You know better than anyone how you expect the functionality to work and you don’t want anything lost in translation. Provide anything you can to make your expectations clear – mock ups, screenshots and videos all help.

6. Who owns the code?

Firstly, check your existing supplier’s contract: if they own the code, it could be difficult and costly to migrate the code base as is to a new agency. It may end up being more cost-effective to re-build rather than to strike a deal.

If you own the code, then you should be able to migrate to a new agency (see next question), but you want to make sure code ownership is written into the new supplier’s contract too to future-proof yourself, bearing in mind the average ecommerce site’s lifecycle is five or six years.

7. Experience of migrating old code as well as building new sites?

It’s never a new supplier’s preference to take over another agency’s code base. Migrations are cheaper than total rebuilds, and agencies will usually try to sell-in the re-build over a migration. Once you’ve honed in on a new supplier, request a code audit to ensure they can take over the code base, maintain it and extend it going forward. 

A decent agency will do the audit objectively, and should tell you which areas of the code may be areas of concern (usually third-party extensions or customisations by the incumbent supplier). 

Do take it with a pinch of salt though; there may be an element of sucking teeth at another workman’s work, and the site doesn’t have necessarily have to pass with flying colours to be portable.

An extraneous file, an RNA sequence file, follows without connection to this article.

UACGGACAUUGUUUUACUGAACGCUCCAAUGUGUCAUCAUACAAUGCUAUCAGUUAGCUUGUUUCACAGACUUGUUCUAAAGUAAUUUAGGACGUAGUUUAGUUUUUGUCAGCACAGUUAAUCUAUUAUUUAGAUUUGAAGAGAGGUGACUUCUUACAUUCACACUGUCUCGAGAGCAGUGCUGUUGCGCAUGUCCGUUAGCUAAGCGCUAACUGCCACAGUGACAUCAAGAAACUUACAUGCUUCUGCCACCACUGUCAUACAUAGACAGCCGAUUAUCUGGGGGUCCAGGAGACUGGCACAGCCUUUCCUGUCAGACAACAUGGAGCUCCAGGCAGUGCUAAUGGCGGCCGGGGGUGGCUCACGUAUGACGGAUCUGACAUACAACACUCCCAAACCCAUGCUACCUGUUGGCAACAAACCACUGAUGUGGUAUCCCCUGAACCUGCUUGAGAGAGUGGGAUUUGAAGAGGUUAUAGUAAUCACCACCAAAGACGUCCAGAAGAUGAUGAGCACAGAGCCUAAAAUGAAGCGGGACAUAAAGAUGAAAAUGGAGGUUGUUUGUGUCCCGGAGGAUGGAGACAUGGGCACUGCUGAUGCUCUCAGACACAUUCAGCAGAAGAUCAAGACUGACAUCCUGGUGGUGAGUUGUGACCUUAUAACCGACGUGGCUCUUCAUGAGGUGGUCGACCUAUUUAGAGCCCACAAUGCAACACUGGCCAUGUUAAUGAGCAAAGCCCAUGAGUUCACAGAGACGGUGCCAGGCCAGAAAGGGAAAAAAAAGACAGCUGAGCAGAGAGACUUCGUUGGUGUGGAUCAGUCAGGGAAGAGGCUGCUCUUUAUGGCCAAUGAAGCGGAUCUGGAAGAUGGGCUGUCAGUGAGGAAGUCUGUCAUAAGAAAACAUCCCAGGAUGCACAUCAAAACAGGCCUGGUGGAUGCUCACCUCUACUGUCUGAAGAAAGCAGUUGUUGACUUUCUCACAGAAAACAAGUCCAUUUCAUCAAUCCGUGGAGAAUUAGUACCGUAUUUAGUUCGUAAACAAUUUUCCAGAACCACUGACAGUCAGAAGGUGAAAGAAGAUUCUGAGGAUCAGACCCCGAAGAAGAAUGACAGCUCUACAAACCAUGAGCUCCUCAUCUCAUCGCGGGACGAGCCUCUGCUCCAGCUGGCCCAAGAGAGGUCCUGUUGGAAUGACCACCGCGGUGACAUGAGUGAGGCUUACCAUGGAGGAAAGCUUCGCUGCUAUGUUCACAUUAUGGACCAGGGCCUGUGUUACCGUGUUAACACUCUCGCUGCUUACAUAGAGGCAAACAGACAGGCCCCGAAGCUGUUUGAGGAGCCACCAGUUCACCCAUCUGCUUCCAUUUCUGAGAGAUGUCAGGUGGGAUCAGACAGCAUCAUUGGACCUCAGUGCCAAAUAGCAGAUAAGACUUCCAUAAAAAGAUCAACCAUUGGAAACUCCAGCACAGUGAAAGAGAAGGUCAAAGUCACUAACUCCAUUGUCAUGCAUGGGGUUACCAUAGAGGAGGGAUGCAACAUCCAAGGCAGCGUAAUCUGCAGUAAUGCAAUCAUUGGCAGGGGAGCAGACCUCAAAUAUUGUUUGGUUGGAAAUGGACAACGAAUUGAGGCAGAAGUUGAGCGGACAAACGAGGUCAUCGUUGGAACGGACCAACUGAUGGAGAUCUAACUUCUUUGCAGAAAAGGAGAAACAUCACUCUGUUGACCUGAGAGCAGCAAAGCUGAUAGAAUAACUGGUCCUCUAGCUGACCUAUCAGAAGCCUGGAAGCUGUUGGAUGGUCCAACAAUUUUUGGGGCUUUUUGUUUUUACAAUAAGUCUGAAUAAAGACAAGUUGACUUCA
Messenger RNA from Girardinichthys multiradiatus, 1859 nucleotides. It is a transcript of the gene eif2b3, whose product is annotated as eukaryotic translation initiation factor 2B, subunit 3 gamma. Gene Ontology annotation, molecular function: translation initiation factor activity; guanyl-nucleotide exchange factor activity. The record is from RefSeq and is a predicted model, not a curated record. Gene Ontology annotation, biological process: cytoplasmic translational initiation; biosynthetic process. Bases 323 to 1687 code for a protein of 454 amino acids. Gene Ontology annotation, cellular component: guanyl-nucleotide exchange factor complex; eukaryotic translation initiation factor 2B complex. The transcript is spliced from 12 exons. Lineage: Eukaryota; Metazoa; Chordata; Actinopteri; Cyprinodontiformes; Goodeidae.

8. Do you outsource any development?

Understandably, agencies often won’t volunteer this information without being asked directly.

While outsourcing developers enables smaller agencies to offer cheaper hourly rates, you can sometimes risk quality, not to mention on a basic level, it’s tricky to work with developers in different time zones if you don’t want to be camping out in the office.

9. Who looks after hosting?

Your new agency will most likely have a preferred hosting provider. If you’re very happy with your existing hosting company, stick to your guns, as it could keep costs down not changing servers. 

However, if it’s a pre-requisite for the new agency to use their hosting supplier, negotiate on cost, and decide whether you’d prefer to look after the hosting relationship directly or whether you’d rather your agency did this.

In conclusion...